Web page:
“Now, more than ever, we see people that are focused on human and environmental interactions and understanding what kinds of impacts climate change will have on this nexus. We also have growing international and domestic interest in getting ahead of the disasters before they occur. One of the Disasters program’s largest opportunities is through partnerships with humanitarian actors and emergency managers. Together, we can use Earth science information to anticipate a disaster before it happens, by understanding that certain disasters have seasonal and sub-seasonal variability to them, which enables us to determine triggers for specific types of action. Much of this is underpinned by the science we develop. So, there are opportunities for us that lie in not only understanding how to build improved climate resilience, but also by supporting entities that are interested in working on anticipatory action. This way, we can not only respond to disasters, but get the science to support decisions ahead of time so communities can then mitigate potential impacts. I see this as a large opportunity, and I look forward to focusing on it with my new role.”
What has surprised you about working with the NASA Disasters program so far?
“What do I find surprising about the Disasters program? There are so many people across all of NASA who are really dedicated to seeing the science behind disasters improve. I mean, I’ve never seen a more excited and dedicated group of people. That’s exciting because there’s a long road ahead of us, and I need as much energy, creativity, and innovation from everyone as they’ve got to help continue the great work they’ve been doing, but also begin to tackle really complex problems with new and innovative approaches where the science has yet to be fully developed – in a way, we have to be willing to do things that have not yet been done before in order to support the understanding and mitigation of future disasters.”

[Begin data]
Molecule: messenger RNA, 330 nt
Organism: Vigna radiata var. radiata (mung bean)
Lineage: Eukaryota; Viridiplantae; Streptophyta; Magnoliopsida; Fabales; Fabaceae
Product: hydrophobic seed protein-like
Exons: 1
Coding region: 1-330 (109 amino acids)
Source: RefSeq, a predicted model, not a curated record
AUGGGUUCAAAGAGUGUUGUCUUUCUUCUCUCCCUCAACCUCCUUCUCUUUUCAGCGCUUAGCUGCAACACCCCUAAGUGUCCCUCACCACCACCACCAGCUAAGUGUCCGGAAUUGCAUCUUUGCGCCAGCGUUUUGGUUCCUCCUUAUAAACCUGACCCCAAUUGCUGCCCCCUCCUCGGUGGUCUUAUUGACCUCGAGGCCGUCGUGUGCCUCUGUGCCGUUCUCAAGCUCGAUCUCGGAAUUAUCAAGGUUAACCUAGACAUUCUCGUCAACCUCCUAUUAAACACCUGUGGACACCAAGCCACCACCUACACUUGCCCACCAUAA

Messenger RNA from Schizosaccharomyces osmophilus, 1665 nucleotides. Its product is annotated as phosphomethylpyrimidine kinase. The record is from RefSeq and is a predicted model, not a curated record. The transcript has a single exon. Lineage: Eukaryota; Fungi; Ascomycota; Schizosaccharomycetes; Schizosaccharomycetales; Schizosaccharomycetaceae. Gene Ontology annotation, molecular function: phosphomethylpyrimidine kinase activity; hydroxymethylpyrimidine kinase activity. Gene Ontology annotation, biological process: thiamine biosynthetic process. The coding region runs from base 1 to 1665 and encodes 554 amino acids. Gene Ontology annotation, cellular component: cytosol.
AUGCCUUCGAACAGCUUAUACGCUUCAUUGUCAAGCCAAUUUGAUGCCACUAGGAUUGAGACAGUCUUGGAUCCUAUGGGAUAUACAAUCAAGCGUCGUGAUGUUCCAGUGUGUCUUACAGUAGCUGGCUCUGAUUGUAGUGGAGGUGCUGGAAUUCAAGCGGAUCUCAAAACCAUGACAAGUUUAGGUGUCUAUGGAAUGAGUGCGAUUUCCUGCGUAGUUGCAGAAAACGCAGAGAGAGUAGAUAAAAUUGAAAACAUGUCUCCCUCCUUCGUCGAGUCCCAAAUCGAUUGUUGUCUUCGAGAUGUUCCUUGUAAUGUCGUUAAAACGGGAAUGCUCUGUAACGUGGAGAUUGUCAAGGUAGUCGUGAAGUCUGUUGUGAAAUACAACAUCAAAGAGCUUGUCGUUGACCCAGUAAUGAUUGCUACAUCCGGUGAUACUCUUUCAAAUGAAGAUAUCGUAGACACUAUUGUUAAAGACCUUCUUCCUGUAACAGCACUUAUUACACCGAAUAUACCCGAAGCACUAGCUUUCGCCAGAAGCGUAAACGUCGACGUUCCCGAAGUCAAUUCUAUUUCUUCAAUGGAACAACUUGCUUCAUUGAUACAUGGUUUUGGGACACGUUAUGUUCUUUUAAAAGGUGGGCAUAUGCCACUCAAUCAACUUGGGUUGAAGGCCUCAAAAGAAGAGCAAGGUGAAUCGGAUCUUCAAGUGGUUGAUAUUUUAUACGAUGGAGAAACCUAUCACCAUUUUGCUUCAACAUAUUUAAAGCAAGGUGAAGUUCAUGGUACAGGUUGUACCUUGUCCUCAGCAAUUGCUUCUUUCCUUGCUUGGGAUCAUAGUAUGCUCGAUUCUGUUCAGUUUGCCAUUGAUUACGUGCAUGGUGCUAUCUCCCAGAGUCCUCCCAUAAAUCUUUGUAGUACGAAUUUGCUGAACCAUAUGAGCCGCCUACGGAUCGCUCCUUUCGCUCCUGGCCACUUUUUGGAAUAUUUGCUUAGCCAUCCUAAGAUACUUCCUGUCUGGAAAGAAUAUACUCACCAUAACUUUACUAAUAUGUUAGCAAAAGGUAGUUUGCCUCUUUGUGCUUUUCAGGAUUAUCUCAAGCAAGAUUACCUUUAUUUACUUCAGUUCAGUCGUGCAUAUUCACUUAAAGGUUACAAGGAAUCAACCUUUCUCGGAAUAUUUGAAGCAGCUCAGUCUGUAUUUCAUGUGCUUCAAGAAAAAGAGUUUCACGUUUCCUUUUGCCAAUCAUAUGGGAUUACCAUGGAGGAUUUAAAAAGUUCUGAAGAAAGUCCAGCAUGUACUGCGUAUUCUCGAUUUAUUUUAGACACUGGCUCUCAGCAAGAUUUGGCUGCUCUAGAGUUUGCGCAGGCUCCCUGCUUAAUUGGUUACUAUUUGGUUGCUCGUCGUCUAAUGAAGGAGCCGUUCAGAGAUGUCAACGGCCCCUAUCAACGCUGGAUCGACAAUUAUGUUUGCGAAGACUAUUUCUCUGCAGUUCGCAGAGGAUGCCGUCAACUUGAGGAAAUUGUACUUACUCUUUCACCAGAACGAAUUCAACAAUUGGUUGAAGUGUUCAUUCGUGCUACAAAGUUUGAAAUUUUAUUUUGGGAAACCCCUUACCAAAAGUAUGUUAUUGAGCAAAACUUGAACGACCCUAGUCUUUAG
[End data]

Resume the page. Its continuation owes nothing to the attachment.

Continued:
What excites you most about your new role as NASA Disasters Program Manager?
“I love people, I love the human mind, and I think that we are capable of such incredible things. Disasters have happened forever, but I think that what excites me about this opportunity is the fact that it allows me to create almost unlimited partnerships and engage with anyone who wants to find a new path to managing disasters, reducing risk, and building resilience. Not everybody has the opportunity to find partners anywhere in the world that want to make a change in how we globally manage these types of events. That’s exciting to me – it allows for almost ultimate innovation. There’s no limitation to who we can partner with and what we can do for disaster management.”
Are there any new concepts you plan to bring to the Disasters program?
“Outside of NASA, I work with people who are on the policy side of disasters and crises to help advance the thinking behind concepts such as migration with dignity. When people migrate, they don’t always have the tools they need to move successfully, and many times their human rights and their dignity rights are completely thrown to the wayside. I’ve been working with the International Organization of Migration, the Environmental Law Institute, Dignity Rights International, and others to create a policy framework to help people migrate with dignity, and I just published a new special issue in the journal of disaster research based on my work. I expect over time to better integrate migration and displacement into our program, as well as conflict and peace.”